Minutes north of St. George, Utah, off I-15 rests Silver Reef, a ghost of a mining town nestled among red rock formations often canopied by pastel blue skies laced with cotton ball clouds. For more than a quarter century sculptor Jerry Anderson has maintained a studio and gallery there. The synergy between the artist and this ethereal landscape runs as deep as the veins of silver prospectors clawed from the bowels of this red earth in the 1870s and ’80s. Born in Las Vegas, Nev., in 1935, Anderson crisscrossed the West with his well-driller father, an opportunity that sparked his interest in Old West history. He has called southern Utah home for 40 years, while his sculptures have found homes worldwide.
In the 1970s, while Anderson was running a successful steel business in Southern California, he taught himself sketching and painting. Then one day he responded to an improbable matchbook ad inviting those with talent to submit a sample of their work to legendary American artist Norman Rockwell. The ad turned out to be the real deal, and Anderson was accepted into the Famous Artists School, a four-year correspondence course out of Connecticut founded and taught by Rockwell and several other renowned illustrators. Anderson ultimately received a diploma in commercial art and illustration.
His decision to work on bronzes came unexpectedly while mentoring a young man from Idaho doing missionary work in California. The young man, a sculptor, was willing to share his own knowledge and skill set—mold making, foundry work, selection of materials, techniques. Anderson was hooked, and after he and wife Fawn moved to Utah in 1981, he devoted himself to sculpting.
Anderson has created 80 maquettes, or preliminary models, and nearly the same number of large sculptures. One of his most dynamic bronzes (he has also worked in wood and alabaster) is on display at his hometown Silver Reef Museum, housed inside an 1877 Wells Fargo express station on the national and state registers of historic buildings. Just inside the door stands Anderson’s quarter-scale (9 feet long, 3 feet high, 4 feet wide) stagecoach pulled by six horses, which he and brother Ronny created using the complicated and delicate lost-wax method. The sheer size and power of the sculpture causes many first-time visitors to step aside in initial shock. Anderson applies his knowledge of welding, metallurgy and ironwork to showcase his favorite subject—Western horses. His monumental bronze Old Sorrel, depicting a legendary horse that helped settlers build Cedar City, Utah, is the founders’ monument at Southern Utah University. The talented artist also designs jewelry.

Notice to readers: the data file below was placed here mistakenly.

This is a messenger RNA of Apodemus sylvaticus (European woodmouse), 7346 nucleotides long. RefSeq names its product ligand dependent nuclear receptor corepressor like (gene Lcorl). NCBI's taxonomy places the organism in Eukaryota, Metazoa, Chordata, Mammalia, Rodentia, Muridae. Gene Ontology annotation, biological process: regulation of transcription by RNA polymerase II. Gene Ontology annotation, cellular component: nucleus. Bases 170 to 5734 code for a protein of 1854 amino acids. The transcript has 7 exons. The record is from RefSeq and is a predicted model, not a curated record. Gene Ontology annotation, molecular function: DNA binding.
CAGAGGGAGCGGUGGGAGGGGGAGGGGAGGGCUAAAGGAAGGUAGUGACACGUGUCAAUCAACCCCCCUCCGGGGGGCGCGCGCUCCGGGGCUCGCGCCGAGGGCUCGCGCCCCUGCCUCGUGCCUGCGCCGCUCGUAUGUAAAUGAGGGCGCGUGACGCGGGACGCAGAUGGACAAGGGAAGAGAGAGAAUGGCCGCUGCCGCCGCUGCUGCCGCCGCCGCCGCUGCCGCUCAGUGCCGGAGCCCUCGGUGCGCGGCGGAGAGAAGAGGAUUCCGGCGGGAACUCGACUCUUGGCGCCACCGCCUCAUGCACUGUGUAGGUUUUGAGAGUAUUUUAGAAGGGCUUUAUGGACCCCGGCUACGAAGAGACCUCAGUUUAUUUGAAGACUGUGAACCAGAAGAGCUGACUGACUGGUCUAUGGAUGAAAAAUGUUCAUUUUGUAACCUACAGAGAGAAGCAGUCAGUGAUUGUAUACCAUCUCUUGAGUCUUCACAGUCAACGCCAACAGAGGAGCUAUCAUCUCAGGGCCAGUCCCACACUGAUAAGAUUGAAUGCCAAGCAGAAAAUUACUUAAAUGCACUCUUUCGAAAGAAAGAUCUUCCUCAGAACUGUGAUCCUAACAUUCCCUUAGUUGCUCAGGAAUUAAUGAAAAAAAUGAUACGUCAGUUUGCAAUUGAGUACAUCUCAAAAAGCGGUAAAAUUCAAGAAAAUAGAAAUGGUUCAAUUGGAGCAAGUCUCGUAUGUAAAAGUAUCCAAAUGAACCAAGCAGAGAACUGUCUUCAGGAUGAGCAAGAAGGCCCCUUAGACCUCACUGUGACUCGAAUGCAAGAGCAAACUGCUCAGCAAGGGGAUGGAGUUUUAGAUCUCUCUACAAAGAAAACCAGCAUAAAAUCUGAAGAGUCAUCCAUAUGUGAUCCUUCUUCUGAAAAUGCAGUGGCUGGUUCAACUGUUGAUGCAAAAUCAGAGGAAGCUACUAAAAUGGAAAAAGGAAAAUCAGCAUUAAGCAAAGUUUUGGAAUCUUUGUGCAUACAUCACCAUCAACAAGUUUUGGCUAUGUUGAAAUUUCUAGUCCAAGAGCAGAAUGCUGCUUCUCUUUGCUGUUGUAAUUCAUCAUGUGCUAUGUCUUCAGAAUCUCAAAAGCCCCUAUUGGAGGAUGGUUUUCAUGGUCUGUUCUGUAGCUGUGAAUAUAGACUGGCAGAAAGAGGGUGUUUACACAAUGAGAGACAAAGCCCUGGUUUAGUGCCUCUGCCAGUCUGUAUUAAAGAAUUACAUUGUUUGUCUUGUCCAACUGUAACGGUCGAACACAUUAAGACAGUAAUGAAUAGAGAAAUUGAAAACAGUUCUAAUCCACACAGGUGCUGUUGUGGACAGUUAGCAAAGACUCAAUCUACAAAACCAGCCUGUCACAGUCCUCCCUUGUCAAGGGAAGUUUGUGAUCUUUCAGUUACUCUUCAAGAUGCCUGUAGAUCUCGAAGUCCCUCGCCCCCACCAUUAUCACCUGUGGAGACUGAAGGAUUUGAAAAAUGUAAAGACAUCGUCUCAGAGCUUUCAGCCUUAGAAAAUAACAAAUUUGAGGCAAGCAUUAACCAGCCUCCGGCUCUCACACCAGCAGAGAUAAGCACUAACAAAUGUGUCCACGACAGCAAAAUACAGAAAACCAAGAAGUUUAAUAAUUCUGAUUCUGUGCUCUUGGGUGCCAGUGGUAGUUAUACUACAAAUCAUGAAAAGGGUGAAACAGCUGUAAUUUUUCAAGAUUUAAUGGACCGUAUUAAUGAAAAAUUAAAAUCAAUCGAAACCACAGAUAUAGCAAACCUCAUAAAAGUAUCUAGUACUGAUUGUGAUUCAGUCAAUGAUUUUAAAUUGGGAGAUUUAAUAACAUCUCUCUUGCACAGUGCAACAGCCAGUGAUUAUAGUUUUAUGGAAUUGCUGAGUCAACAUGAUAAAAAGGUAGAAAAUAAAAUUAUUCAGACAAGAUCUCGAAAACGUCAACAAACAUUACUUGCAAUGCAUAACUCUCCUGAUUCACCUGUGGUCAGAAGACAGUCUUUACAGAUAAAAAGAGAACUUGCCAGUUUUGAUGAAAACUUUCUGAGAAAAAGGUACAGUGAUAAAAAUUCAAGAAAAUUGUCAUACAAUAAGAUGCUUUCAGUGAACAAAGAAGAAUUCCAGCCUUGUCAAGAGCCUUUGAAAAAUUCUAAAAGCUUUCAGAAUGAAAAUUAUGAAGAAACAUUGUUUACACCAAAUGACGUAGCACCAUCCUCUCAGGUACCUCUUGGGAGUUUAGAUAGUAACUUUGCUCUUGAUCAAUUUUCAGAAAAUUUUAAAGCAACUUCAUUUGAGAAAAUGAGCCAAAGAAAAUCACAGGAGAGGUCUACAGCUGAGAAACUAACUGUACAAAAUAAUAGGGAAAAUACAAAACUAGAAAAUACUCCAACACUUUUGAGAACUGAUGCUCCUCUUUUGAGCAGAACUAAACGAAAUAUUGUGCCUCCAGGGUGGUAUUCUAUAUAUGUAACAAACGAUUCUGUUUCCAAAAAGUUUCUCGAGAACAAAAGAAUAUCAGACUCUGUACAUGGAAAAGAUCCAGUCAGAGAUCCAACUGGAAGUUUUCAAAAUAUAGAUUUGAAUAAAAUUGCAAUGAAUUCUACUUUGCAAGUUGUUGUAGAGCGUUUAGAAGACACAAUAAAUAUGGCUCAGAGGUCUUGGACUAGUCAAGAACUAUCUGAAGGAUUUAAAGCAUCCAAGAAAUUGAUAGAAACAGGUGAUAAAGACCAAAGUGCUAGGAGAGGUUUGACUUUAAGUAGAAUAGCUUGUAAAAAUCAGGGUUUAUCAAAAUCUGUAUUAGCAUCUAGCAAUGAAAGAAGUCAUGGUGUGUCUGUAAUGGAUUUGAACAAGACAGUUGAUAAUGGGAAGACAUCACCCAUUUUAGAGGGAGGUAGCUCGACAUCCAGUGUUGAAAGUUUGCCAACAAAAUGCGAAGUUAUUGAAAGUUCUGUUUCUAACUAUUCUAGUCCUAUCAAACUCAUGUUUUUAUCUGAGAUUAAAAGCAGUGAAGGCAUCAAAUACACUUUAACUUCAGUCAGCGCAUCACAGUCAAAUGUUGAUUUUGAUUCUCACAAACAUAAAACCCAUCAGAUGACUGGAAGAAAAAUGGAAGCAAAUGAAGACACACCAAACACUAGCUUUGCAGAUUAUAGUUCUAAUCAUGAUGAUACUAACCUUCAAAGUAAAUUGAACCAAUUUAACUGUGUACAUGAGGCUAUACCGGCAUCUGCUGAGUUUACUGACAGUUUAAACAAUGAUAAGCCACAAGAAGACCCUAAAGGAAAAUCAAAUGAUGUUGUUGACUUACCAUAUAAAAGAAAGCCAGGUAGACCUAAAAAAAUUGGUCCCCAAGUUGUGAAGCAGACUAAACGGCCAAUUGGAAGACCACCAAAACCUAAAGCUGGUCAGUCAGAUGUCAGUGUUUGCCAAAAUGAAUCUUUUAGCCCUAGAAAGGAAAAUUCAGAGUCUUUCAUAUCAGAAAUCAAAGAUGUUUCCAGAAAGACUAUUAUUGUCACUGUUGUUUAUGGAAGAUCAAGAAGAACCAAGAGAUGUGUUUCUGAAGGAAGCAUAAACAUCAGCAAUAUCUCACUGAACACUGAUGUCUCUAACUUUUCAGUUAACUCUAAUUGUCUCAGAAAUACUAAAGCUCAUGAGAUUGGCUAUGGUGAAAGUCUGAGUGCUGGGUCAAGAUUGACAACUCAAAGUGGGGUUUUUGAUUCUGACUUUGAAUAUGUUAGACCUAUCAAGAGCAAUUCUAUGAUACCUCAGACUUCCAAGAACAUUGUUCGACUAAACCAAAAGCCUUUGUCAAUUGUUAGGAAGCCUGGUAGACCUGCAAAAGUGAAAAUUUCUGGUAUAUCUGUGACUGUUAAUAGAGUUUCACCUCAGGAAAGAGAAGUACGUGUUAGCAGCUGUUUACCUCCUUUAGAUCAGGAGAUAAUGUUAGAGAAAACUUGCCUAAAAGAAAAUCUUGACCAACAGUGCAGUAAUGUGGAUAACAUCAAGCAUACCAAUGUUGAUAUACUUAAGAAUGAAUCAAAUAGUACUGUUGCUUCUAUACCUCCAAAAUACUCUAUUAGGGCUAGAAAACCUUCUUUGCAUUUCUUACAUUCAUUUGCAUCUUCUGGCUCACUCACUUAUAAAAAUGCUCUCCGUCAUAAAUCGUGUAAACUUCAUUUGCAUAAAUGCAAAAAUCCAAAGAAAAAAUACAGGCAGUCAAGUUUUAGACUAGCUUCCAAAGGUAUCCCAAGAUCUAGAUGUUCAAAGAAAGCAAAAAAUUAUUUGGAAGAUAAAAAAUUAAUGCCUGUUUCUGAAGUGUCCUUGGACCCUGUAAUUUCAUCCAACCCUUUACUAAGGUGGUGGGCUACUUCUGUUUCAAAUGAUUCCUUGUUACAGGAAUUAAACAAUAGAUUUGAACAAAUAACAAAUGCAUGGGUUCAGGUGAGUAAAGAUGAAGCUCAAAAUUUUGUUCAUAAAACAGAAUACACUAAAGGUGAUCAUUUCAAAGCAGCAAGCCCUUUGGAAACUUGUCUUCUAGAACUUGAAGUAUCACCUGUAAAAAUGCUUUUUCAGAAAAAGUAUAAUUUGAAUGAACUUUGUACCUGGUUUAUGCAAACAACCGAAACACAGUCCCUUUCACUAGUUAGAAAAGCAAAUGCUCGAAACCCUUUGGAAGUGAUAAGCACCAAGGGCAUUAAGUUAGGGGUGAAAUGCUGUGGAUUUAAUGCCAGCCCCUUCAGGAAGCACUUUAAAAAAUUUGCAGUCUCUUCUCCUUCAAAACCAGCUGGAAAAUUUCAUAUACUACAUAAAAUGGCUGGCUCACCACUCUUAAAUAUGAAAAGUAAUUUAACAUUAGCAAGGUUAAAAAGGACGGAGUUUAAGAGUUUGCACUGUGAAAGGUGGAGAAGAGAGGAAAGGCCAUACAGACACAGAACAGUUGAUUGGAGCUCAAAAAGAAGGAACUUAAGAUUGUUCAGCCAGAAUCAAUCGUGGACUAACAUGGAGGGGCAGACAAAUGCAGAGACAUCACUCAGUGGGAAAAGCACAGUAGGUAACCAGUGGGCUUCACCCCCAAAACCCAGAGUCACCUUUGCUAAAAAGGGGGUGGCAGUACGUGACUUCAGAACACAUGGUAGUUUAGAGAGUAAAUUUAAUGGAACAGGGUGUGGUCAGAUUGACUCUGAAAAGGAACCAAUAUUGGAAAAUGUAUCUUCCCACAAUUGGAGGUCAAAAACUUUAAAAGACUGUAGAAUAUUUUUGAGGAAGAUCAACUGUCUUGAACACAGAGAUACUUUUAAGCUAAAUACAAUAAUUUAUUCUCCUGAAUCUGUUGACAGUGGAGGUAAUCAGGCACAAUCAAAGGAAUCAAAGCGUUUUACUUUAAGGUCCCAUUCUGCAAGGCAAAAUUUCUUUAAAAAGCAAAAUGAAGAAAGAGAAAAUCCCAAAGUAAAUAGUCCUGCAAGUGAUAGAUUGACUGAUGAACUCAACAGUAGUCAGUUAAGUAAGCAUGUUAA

Anderson is a member of the Western Art Association, dedicated to the promotion of interest in regional art and artifacts and the preservation of Western heritage. His work has been featured in many prestigious art events, including the Pageant of the Masters, in Laguna Beach, Calif.; Western Artists of America, in Corsicana, Texas; the American/Canadian Classic, in Billings, Mont.; and the Art Expo, in Dallas. When people ask the 85-year-old why he keeps hard at work in his Silver Reef studio, Anderson responds, “I still haven’t done my best piece.” WW